“Wealth is essentially knowledge,” Gilder writes, and “the war between the centrifuge of knowledge and the centripetal pull of power remains the prime conflict in all economies.”

In a recent interview with Peter Robinson, he fleshes out his thesis:

Quoting Albert Hirschman, Gilder notes that, “Creativity always comes as a surprise to us,” continuing (in his own words), “if it didn’t, we wouldn’t need it and planning would work….Entrepreneurial creativity is almost defined by its surprisal —  by its unexpected character.”

Making room for such surprise requires a dose of Hayekian humility, but as for the shapes, contours, and origins of the surprise itself, Christianity has plenty to say. (more…)

Blog author: jballor
posted by on Wednesday, January 29, 2014

All Saints church - C19 stained glass - geograph.org.uk - 1638069Kierkegaard once wrote, “The majority of men are subjective toward themselves and objective toward all others, terribly objective sometimes–but the real task is in fact to be objective toward one’s self and subjective toward all others.”

In this week’s Acton Commentary, “Discounting the Unseen,” I explore our responsibility to presume the best of others, particularly with regards to what remains unknown or assumed about them. This is a significant task given our natural propensity to excuse ourselves and to condemn others. We might consider this to be a salutary if mundane exercise in moral imagination, described by Russell Kirk as “the power of ethical perception which strides beyond the barriers of private experience and events of the moment.”

To put it in economic terms, there should be a negative discount rate for the unseen actions and experiences of others. To put it in moral terms, we should have compassion on others, and moreover we should realize that the Christian is called “to defend and promote my neighbour’s honour and reputation.”

Blog author: jballor
posted by on Wednesday, January 15, 2014
"It's possible. I kill a lot of people."

“It’s possible. I kill a lot of people.”

H.L. Mencken once said, “Every normal man must be tempted at times to spit on his hands, hoist the black flag, and begin to slit throats.”

Over at Political Theology Today, I take a look at what a confrontation between a pirate and Alexander the Great has to teach us about politics and proximate justice, taking some cues from Augustine and Cicero, and in conversation with John Mueller and Peter Leeson.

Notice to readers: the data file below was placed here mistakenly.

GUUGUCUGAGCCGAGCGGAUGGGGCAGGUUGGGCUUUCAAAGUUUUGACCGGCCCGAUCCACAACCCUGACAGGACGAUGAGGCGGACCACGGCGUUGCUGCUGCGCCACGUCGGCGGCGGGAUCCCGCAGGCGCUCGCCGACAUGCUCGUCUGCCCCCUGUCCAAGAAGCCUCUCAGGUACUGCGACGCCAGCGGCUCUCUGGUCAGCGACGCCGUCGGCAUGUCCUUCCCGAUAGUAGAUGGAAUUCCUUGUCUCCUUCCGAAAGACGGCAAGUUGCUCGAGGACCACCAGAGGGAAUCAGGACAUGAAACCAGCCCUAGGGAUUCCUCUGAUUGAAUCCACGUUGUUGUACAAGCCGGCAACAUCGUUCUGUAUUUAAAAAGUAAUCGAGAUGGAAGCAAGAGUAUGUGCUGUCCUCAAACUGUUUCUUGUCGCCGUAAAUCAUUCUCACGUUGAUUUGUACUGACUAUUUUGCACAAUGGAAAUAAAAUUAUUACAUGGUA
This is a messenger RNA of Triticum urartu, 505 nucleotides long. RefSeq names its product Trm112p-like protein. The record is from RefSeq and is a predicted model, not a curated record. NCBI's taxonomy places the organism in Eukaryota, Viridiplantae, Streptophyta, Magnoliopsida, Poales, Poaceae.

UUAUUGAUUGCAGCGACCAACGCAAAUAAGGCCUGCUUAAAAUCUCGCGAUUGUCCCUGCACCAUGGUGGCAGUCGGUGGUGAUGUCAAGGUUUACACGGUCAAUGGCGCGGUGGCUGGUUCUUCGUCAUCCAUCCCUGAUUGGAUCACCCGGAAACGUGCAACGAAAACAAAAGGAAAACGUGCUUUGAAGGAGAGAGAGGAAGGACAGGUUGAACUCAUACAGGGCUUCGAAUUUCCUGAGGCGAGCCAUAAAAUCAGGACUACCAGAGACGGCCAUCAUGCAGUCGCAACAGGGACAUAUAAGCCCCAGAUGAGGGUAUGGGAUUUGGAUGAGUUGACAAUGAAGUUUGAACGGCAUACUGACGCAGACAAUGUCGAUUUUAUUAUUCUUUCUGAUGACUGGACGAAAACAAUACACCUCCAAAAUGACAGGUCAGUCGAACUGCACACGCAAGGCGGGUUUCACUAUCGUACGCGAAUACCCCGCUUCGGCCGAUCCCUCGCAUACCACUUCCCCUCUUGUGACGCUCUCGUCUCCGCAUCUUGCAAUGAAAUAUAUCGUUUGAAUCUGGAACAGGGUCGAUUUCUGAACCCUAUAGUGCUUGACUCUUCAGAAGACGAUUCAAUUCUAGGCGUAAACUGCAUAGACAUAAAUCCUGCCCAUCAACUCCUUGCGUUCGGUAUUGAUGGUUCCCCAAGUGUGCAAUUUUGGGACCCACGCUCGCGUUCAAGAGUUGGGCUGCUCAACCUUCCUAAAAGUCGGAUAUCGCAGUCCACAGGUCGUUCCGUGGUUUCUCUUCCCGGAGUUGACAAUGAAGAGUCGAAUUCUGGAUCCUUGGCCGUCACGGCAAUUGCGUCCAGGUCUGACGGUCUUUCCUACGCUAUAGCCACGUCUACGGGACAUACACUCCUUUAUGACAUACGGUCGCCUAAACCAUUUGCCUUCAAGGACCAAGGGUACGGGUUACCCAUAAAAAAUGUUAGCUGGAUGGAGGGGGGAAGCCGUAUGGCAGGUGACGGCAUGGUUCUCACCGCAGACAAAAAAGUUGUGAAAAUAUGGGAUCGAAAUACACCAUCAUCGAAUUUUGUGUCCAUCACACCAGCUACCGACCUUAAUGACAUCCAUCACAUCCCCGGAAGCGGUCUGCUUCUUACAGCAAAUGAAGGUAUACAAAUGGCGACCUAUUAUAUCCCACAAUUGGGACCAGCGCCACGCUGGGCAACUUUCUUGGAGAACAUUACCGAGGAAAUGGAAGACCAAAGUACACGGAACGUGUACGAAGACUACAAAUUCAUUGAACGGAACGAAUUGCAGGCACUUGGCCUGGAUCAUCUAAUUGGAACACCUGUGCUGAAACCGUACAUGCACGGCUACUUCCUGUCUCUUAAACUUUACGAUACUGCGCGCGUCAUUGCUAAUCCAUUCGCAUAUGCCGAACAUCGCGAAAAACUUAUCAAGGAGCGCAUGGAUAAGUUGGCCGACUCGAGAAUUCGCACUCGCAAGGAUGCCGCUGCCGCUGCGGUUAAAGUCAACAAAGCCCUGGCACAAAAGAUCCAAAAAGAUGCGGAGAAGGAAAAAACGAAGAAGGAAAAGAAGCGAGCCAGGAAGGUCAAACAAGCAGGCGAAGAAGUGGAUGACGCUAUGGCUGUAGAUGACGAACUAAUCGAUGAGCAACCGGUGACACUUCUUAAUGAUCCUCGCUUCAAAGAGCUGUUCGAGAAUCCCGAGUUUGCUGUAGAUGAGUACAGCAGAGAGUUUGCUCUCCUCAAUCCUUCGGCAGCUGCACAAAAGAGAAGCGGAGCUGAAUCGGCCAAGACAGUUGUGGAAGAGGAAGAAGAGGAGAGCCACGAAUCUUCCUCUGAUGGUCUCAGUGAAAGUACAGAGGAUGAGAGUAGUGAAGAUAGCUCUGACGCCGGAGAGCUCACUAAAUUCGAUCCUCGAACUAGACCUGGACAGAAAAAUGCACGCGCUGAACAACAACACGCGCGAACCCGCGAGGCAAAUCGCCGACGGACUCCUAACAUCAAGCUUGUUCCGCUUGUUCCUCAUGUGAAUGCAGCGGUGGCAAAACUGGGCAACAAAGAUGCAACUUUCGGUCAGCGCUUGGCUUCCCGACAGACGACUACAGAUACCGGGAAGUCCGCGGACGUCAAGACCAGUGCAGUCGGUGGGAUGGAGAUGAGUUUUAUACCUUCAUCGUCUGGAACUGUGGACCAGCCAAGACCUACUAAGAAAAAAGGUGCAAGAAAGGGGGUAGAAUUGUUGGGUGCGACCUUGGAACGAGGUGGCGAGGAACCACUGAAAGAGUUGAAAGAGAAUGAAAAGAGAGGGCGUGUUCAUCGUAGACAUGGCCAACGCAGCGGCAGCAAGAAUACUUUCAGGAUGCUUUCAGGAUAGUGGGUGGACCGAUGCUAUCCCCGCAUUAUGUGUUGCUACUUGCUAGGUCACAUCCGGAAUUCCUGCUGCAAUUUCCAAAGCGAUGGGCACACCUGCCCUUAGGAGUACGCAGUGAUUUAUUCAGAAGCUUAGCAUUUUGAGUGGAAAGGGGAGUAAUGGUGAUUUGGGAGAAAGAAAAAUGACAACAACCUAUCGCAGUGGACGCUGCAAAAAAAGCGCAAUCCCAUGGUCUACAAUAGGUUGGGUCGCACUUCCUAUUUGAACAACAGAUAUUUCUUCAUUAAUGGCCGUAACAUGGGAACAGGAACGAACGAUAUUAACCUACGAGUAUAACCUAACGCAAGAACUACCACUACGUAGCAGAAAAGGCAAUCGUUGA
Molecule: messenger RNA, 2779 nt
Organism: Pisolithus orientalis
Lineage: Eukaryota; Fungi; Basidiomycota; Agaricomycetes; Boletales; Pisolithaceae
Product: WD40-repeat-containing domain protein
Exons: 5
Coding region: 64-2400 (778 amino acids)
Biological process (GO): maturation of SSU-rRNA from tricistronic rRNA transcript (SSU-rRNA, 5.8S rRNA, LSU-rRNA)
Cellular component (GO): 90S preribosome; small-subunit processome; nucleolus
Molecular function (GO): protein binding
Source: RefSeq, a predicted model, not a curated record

For a bit more fanciful look at a conflict between a pirate and a prince, you can also read my reflections on “The Princess Bride” over at the University Bookman.

Blog author: jballor
posted by on Tuesday, January 7, 2014

You may have heard that Ayn Rand really disliked C.S. Lewis. But do you know what happened when Saul Bellow met Whittaker Chambers?
(more…)

Blog author: jballor
posted by on Friday, December 27, 2013

keep-calm-and-christmas-on-169In this week’s commentary, I examine the link between delayed gratification and civilization. I use the image of children waking up on Christmas morning to a cornucopia of presents under the tree. But for many this year, the delivery of presents was delayed.

Ray Hennessey writes over at Entrepreneur that our consumption habits and expectations, which exemplify an ethic of instant gratification, have a lot to do with delivery failure. As he writes, there is plenty of blame to go around, but the buck stops, so to speak, with we the buyers: “consumers taking to Twitter and Facebook claiming the shipping giants are modern-day Grinches should spend a moment this Boxing Day examining what role their own habits had in stopping Christmas from coming.”

My advice if your presents didn’t arrive by Christmas morning? Keep calm and Christmas on. There are, after all, a whole eleven days after Christmas morning to continue the celebration!